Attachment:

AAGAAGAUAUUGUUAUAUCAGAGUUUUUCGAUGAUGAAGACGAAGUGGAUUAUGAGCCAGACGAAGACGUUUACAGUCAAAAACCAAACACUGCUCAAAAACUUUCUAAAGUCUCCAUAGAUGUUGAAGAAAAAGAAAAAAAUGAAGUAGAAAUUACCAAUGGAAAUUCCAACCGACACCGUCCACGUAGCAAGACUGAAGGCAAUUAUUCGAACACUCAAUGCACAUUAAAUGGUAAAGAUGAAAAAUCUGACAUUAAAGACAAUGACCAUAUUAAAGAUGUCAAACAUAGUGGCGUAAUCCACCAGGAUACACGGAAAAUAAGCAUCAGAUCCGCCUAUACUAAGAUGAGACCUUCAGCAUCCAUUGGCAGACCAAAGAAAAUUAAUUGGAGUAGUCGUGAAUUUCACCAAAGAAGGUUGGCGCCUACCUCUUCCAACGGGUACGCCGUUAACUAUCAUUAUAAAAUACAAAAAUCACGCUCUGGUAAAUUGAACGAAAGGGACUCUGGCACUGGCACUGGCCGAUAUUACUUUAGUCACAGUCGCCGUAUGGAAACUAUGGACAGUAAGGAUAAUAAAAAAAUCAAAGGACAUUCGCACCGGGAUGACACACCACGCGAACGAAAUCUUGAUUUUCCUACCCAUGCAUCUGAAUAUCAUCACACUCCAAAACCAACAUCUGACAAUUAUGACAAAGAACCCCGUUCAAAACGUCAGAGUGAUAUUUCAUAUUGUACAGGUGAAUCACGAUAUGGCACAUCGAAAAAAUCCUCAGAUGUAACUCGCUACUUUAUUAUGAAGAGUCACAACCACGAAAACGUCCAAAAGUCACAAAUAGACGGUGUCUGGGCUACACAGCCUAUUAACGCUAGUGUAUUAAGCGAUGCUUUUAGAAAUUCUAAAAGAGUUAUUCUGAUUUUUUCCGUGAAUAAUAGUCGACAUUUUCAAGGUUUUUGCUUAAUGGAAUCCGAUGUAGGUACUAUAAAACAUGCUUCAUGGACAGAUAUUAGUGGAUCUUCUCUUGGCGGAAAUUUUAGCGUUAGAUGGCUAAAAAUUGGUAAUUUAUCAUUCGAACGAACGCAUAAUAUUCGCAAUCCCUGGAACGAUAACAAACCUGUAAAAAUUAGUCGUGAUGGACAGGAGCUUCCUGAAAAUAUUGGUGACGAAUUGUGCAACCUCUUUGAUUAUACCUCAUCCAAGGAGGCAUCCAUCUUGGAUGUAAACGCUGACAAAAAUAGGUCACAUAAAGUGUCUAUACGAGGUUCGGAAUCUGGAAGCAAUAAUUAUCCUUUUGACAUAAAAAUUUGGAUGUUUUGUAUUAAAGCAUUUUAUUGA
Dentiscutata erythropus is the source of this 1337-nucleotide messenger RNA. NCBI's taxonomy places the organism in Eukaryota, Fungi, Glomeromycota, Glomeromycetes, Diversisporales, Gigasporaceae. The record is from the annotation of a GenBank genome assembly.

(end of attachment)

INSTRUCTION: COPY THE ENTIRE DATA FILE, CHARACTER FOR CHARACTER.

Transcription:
AAGAAGAUAUUGUUAUAUCAGAGUUUUUCGAUGAUGAAGACGAAGUGGAUUAUGAGCCAGACGAAGACGUUUACAGUCAAAAACCAAACACUGCUCAAAAACUUUCUAAAGUCUCCAUAGAUGUUGAAGAAAAAGAAAAAAAUGAAGUAGAAAUUACCAAUGGAAAUUCCAACCGACACCGUCCACGUAGCAAGACUGAAGGCAAUUAUUCGAACACUCAAUGCACAUUAAAUGGUAAAGAUGAAAAAUCUGACAUUAAAGACAAUGACCAUAUUAAAGAUGUCAAACAUAGUGGCGUAAUCCACCAGGAUACACGGAAAAUAAGCAUCAGAUCCGCCUAUACUAAGAUGAGACCUUCAGCAUCCAUUGGCAGACCAAAGAAAAUUAAUUGGAGUAGUCGUGAAUUUCACCAAAGAAGGUUGGCGCCUACCUCUUCCAACGGGUACGCCGUUAACUAUCAUUAUAAAAUACAAAAAUCACGCUCUGGUAAAUUGAACGAAAGGGACUCUGGCACUGGCACUGGCCGAUAUUACUUUAGUCACAGUCGCCGUAUGGAAACUAUGGACAGUAAGGAUAAUAAAAAAAUCAAAGGACAUUCGCACCGGGAUGACACACCACGCGAACGAAAUCUUGAUUUUCCUACCCAUGCAUCUGAAUAUCAUCACACUCCAAAACCAACAUCUGACAAUUAUGACAAAGAACCCCGUUCAAAACGUCAGAGUGAUAUUUCAUAUUGUACAGGUGAAUCACGAUAUGGCACAUCGAAAAAAUCCUCAGAUGUAACUCGCUACUUUAUUAUGAAGAGUCACAACCACGAAAACGUCCAAAAGUCACAAAUAGACGGUGUCUGGGCUACACAGCCUAUUAACGCUAGUGUAUUAAGCGAUGCUUUUAGAAAUUCUAAAAGAGUUAUUCUGAUUUUUUCCGUGAAUAAUAGUCGACAUUUUCAAGGUUUUUGCUUAAUGGAAUCCGAUGUAGGUACUAUAAAACAUGCUUCAUGGACAGAUAUUAGUGGAUCUUCUCUUGGCGGAAAUUUUAGCGUUAGAUGGCUAAAAAUUGGUAAUUUAUCAUUCGAACGAACGCAUAAUAUUCGCAAUCCCUGGAACGAUAACAAACCUGUAAAAAUUAGUCGUGAUGGACAGGAGCUUCCUGAAAAUAUUGGUGACGAAUUGUGCAACCUCUUUGAUUAUACCUCAUCCAAGGAGGCAUCCAUCUUGGAUGUAAACGCUGACAAAAAUAGGUCACAUAAAGUGUCUAUACGAGGUUCGGAAUCUGGAAGCAAUAAUUAUCCUUUUGACAUAAAAAUUUGGAUGUUUUGUAUUAAAGCAUUUUAUUGA
Dentiscutata erythropus is the source of this 1337-nucleotide messenger RNA. NCBI's taxonomy places the organism in Eukaryota, Fungi, Glomeromycota, Glomeromycetes, Diversisporales, Gigasporaceae. The record is from the annotation of a GenBank genome assembly.